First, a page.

With the advent of modernity, critical philosophers and thinkers developed new theoretical forms to describe psychoanalytic experience during the 20th century. Most notably, French psychoanalyst Jacques Lacan is attributed with the concept of the “mirror stage.” This theory proposes that human infants go through a stage in which an external image of the body (reflected in a mirror, or represented to the infant through the mother or primary caregiver) produces a psychic response that gives rise to the mental representation of an “I.” Such precarious observations begin to interrogate the ideas of “self,” “self-identity,” and the “ego” at an early stage of life. This brings into discussion the notion of “reality” and the existential gestalt that relates to elements that correspond to individual experience and personal being.

Ryan Trecartin, (Tommy-Chat Just E-mailed Me), 2006, video, Courtesy of Andrea Rosen Gallery, © New York Ryan Trecartin

Ryan Trecartin, (Tommy-Chat Just E-mailed Me), 2006, video, Courtesy of Andrea Rosen Gallery, © New York Ryan Trecartin

On view through December 6, 2015, and included in free general admission, Concentrations 59: Mirror Stage— Visualizing the Self After the Internet explores themes of personal identity and “self” in the 21st century cyberworld. Consisting of eight different contemporary multimedia artists, Mirror Stage encapsulates the heterogeneous nature of visual Internet culture and its complex development since the dot-com era. Ryan Trecartin’s (Tommy-Chat Just E-mailed Me) (2006) is situated on the inside and outer liminal space of an e-mail conversation as it emphasizes the paradoxical role of online communication as a unifying digital tool, while revealing the effect of an impending, manic social isolation on its users in the offline “real” world.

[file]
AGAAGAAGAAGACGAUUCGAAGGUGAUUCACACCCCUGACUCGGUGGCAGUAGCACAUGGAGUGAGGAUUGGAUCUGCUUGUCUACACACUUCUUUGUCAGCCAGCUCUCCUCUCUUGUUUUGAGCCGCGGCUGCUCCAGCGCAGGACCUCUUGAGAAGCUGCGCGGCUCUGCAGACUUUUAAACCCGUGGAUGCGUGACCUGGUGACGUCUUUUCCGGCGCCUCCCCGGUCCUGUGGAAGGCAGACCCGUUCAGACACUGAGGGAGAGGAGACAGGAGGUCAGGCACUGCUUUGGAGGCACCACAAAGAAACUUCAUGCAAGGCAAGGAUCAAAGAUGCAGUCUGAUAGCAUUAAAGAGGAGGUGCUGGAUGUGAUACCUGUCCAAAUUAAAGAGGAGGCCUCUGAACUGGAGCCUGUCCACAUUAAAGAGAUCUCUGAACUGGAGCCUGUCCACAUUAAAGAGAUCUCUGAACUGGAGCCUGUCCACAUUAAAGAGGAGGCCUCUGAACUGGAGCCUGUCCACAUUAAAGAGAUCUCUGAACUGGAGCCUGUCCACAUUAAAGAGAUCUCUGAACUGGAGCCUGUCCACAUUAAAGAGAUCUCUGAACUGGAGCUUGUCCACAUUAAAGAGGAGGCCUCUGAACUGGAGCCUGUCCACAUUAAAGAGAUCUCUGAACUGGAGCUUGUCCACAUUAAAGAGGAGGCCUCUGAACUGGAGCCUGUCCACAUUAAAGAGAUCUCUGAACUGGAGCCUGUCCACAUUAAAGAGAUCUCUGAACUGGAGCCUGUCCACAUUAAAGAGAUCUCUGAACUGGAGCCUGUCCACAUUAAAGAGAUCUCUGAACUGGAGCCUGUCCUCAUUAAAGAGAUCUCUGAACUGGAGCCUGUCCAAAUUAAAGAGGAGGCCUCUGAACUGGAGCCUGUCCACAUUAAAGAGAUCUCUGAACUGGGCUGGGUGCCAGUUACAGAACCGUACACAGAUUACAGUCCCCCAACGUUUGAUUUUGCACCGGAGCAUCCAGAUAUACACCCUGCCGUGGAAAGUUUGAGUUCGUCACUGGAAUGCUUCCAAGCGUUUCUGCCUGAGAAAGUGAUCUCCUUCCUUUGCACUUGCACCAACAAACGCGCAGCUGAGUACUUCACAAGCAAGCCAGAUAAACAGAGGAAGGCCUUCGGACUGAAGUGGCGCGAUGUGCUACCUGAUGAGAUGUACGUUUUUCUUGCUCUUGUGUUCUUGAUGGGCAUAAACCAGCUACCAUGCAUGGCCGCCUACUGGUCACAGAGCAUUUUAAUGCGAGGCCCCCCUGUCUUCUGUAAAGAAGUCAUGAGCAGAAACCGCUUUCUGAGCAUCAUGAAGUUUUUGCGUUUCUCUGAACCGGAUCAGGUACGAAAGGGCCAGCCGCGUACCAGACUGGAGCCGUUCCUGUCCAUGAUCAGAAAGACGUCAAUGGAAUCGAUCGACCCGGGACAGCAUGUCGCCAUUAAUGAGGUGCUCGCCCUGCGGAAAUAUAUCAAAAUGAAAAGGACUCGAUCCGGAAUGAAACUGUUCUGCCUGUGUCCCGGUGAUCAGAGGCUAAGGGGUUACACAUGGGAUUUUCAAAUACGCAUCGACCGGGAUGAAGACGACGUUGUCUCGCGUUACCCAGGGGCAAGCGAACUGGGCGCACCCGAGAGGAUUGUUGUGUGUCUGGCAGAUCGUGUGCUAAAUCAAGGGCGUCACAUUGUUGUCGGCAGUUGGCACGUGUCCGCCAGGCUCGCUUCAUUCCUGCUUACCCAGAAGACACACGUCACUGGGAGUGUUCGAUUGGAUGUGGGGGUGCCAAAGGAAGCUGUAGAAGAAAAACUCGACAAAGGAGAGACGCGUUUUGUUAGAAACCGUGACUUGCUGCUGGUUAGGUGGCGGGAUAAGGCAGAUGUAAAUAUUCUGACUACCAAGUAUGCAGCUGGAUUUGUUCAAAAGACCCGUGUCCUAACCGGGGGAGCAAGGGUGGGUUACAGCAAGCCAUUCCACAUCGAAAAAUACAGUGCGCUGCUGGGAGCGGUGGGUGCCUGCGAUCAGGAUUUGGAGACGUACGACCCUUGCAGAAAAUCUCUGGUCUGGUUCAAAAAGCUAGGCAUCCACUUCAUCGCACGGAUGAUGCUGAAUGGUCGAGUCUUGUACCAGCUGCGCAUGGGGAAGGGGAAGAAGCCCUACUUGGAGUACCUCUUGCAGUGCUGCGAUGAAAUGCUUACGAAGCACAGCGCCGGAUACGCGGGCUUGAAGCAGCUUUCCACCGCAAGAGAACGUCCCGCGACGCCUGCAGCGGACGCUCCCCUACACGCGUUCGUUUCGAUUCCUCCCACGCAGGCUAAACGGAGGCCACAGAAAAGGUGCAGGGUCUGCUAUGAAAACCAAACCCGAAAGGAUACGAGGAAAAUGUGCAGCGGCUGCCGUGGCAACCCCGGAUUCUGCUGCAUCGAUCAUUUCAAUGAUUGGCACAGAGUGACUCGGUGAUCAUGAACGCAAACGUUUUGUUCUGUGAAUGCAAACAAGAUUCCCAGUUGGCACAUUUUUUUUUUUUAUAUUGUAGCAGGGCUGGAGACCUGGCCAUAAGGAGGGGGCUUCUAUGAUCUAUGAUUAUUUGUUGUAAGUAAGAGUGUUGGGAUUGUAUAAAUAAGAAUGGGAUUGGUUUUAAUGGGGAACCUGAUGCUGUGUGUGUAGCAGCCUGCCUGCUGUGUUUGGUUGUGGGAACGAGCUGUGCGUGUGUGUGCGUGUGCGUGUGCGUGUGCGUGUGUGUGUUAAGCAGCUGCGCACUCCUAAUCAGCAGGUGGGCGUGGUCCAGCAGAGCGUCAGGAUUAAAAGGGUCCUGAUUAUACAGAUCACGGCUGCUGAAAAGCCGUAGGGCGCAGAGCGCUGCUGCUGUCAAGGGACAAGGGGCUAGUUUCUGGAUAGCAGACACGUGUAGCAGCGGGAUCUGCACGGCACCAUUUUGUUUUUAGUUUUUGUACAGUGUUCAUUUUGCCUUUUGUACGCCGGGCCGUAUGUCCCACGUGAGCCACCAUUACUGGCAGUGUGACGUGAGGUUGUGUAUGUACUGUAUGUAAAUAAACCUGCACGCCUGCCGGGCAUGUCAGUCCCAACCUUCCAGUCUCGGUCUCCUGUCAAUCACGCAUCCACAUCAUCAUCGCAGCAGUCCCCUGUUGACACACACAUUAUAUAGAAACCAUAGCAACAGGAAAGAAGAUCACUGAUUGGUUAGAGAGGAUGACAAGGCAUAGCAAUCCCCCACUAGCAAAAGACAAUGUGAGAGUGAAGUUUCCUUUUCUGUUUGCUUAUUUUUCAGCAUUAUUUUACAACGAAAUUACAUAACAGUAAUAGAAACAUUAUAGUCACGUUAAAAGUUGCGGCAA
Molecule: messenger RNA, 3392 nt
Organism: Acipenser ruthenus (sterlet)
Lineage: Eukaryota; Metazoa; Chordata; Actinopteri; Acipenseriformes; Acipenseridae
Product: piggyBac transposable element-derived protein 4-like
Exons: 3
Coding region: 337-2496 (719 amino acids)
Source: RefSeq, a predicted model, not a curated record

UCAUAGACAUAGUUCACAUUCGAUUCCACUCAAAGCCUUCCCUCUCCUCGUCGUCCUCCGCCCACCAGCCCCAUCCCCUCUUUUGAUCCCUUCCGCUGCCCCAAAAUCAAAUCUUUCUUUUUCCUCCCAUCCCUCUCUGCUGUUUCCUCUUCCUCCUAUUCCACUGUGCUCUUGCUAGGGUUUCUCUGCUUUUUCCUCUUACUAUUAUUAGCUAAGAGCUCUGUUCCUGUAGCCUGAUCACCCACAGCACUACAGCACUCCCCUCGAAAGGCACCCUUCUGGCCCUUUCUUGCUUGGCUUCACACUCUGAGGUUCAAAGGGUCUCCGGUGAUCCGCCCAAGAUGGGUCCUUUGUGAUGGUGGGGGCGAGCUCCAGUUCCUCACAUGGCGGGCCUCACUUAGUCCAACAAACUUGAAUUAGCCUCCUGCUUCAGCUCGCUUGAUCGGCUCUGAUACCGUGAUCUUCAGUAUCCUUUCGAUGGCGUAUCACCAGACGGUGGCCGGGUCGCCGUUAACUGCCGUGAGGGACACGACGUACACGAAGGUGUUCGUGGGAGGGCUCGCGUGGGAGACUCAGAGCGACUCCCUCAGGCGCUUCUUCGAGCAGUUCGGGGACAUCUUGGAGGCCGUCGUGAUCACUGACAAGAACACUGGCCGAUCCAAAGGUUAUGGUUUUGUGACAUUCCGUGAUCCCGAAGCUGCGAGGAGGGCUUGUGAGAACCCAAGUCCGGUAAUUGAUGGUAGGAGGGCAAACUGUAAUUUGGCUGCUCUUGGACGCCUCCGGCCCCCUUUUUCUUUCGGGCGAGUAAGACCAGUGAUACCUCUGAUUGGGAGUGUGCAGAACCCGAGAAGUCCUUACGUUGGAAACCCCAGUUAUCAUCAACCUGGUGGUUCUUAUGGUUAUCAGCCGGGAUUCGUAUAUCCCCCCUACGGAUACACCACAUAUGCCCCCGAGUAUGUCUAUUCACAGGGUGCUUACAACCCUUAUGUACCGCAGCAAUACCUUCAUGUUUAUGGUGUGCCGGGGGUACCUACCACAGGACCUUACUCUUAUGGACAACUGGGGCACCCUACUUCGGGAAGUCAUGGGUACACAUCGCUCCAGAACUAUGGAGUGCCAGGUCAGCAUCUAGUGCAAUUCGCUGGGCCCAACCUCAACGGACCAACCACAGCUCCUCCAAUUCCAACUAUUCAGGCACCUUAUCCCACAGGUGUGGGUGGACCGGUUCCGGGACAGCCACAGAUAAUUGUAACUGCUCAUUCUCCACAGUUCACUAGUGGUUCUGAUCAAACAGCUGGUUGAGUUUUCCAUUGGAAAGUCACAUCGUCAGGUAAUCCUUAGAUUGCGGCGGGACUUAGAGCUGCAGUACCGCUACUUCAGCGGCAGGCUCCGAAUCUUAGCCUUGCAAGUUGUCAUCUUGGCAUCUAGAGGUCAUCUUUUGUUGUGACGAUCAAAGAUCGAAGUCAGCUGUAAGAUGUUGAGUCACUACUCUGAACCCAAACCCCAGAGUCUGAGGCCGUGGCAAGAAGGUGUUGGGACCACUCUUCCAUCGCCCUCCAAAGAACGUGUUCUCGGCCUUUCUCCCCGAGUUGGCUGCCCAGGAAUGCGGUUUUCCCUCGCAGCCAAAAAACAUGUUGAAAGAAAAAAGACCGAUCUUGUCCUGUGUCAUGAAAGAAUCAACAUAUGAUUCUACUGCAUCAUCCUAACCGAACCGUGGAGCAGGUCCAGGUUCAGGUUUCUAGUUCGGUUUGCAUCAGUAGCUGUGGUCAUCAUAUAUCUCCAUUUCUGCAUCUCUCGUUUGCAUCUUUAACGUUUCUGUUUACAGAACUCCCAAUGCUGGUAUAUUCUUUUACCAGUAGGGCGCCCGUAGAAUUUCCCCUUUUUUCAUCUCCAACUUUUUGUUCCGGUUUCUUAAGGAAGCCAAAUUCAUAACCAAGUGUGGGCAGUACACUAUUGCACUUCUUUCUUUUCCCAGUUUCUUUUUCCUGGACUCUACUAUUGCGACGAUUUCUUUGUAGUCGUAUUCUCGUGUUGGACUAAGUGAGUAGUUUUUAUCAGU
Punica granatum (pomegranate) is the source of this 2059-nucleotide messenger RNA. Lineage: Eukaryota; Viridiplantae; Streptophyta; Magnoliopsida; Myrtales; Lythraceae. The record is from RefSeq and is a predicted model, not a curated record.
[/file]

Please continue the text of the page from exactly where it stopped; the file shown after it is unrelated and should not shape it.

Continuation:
Historically, mirrors were regarded as a tool for truth and recognition through the reflection of one’s personal appearance. After centuries of being associated with femininity and the female body, the concept of a mirror as a “screen” has drastically changed with the emergence of modern technology. Online Internet resources, including social websites and gaming platforms, have enabled Internet users to create new forms of identity that break with the historical past of mirrors as a conveyor of truth. Are we ready to adopt multiple, complex identities offline in the real world as well as in the online world? What will be the future resources for affirming one’s own personal identity within the (cyber)world? Mirror Stage—Visualizing the Self After the Internet invites the viewer to question, explore, and reflect on the new forms of presenting oneself within the digital age.